The Advanced Fisheries Management Information System (AFMIS), built through a collaboration of Harvard University and the Center for Marine Science and Technology at the University of Massachusetts at Dartmouth, is intended to apply state-of-the-art multidisciplinary and computational capabilities to operational fisheries management. The system development concept is aimed toward: 1) utilizing information on the “state” of ocean physics, biology, and chemistry; the assessment of spatially-resolved fish-stock population dynamics and the temporal-spatial deployment of fishing effort to be used in fishing and in the operational management of fish stocks; and, 2) forecasting and understanding physical and biological conditions leading to recruitment variability. Systems components are being developed in the context of using the Harvard Ocean Prediction System to support or otherwise interact with the: 1) synthesis and analysis of very large data sets; 2) building of a multidisciplinary multiscale model (coupled ocean physics/N-P-Z/fish dynamics/management models) appropriate for the northwest Atlantic shelf, particularly Georges Bank and Massachusetts Bay; 3) the application and development of data assimilation techniques; and, 4) with an emphasis on the incorporation of remotely sensed data into the data stream.

AFMIS is designed to model a large region of the northwest Atlantic (NWA) as the deep ocean influences the slope and shelves. Several smaller domains, including the Gulf of Maine (GOM) and Georges Bank (GB) are nested within this larger domain (Figure 1). This provides a capability to zoom into these domains with higher resolution while maintaining the essential physics which are coupled to the larger domain. AFMIS will be maintained by the assimilation of a variety of real time data. Specifically this includes sea surface temperature (SST), color (SSC), and height (SSH) obtained from several space-based remote sensors (AVHRR, SeaWiFS and Topex/Poseidon). The assimilation of the variety of real-time remotely sensed data supported by in situ data will allow nowcasting and forecasting over significant periods of time.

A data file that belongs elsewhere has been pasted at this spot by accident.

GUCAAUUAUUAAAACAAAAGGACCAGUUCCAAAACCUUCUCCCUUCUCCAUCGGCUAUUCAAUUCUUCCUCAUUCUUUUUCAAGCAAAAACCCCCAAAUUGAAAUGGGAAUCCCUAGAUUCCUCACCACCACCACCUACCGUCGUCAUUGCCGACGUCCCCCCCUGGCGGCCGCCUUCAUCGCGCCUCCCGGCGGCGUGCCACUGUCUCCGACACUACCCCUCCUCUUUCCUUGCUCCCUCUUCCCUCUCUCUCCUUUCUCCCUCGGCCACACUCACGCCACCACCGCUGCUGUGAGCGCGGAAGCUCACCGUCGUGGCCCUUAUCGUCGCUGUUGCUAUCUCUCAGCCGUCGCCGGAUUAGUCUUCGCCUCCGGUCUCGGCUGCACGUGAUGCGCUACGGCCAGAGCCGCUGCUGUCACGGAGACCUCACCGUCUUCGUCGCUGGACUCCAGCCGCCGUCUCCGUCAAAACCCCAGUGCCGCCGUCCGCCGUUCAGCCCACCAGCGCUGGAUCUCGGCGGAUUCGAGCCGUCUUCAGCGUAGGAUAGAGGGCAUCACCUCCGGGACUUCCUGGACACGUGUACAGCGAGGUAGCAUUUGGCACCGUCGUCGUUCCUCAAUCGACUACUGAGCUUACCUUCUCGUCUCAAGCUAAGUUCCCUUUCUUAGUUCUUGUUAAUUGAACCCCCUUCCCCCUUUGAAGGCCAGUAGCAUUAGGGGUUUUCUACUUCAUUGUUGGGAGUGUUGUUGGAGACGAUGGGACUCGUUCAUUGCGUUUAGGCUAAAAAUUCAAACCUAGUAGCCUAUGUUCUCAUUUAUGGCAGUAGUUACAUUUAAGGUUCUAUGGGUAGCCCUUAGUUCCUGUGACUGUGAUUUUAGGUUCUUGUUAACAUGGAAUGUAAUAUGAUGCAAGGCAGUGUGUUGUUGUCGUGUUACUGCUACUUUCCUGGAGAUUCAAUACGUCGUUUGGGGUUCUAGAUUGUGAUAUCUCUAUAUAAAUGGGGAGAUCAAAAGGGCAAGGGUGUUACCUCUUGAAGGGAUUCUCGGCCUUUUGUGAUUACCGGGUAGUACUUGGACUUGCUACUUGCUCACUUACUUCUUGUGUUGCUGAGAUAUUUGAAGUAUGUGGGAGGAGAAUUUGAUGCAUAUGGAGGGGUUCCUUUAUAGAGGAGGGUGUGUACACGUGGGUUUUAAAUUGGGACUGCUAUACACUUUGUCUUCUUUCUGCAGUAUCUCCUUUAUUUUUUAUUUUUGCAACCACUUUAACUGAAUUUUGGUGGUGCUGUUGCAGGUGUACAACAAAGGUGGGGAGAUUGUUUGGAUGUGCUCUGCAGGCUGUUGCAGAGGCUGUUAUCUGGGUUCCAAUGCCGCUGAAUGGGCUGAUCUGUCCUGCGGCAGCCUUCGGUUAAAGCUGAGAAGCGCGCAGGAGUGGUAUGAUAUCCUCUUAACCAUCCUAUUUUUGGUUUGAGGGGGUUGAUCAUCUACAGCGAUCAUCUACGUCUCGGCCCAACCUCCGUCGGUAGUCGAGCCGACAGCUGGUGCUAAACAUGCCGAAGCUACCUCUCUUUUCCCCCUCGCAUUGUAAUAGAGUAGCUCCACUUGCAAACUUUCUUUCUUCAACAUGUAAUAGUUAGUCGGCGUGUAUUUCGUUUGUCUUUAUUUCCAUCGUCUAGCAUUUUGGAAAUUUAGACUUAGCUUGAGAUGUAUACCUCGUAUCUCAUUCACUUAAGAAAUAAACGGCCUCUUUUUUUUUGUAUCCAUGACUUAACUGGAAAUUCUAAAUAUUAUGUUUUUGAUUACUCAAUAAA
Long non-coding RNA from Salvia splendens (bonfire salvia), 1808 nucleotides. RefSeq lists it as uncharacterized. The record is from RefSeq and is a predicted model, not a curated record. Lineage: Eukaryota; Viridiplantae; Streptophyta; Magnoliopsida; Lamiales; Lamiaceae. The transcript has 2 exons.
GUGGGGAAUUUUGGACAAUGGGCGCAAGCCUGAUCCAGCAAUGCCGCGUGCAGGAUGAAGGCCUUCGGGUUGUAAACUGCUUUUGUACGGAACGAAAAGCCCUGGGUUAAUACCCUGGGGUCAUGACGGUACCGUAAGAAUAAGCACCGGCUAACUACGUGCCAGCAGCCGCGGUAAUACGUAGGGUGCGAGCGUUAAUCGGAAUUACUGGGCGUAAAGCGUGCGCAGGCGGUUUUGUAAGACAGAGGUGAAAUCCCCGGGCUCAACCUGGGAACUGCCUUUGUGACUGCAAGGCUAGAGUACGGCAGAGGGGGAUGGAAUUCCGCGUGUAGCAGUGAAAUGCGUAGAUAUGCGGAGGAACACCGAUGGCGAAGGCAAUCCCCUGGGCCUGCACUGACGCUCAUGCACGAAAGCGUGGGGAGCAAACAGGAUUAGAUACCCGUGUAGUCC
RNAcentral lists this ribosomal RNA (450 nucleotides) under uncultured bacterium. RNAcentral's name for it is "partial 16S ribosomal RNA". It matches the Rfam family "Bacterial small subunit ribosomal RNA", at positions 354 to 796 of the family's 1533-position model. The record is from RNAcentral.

A real-time demonstration of concept (RTDOC) nowcasting and forecasting exercise to demonstrate important aspects of the AFMIS concept by producing real time coupled forecasts of physical fields, biological and chemical fields, and fish abundance fields took place in March-May 2000. The RTDOC was designed to verify the physics, to validate the biology and chemistry but only to demonstrate the concept of forecasting the fish fields, since the fish dynamical models are at a very early stage of development. In addition, it demonstrated the integrated system concept and the implication for future coupling of a management model. This note reports on the RTDOC.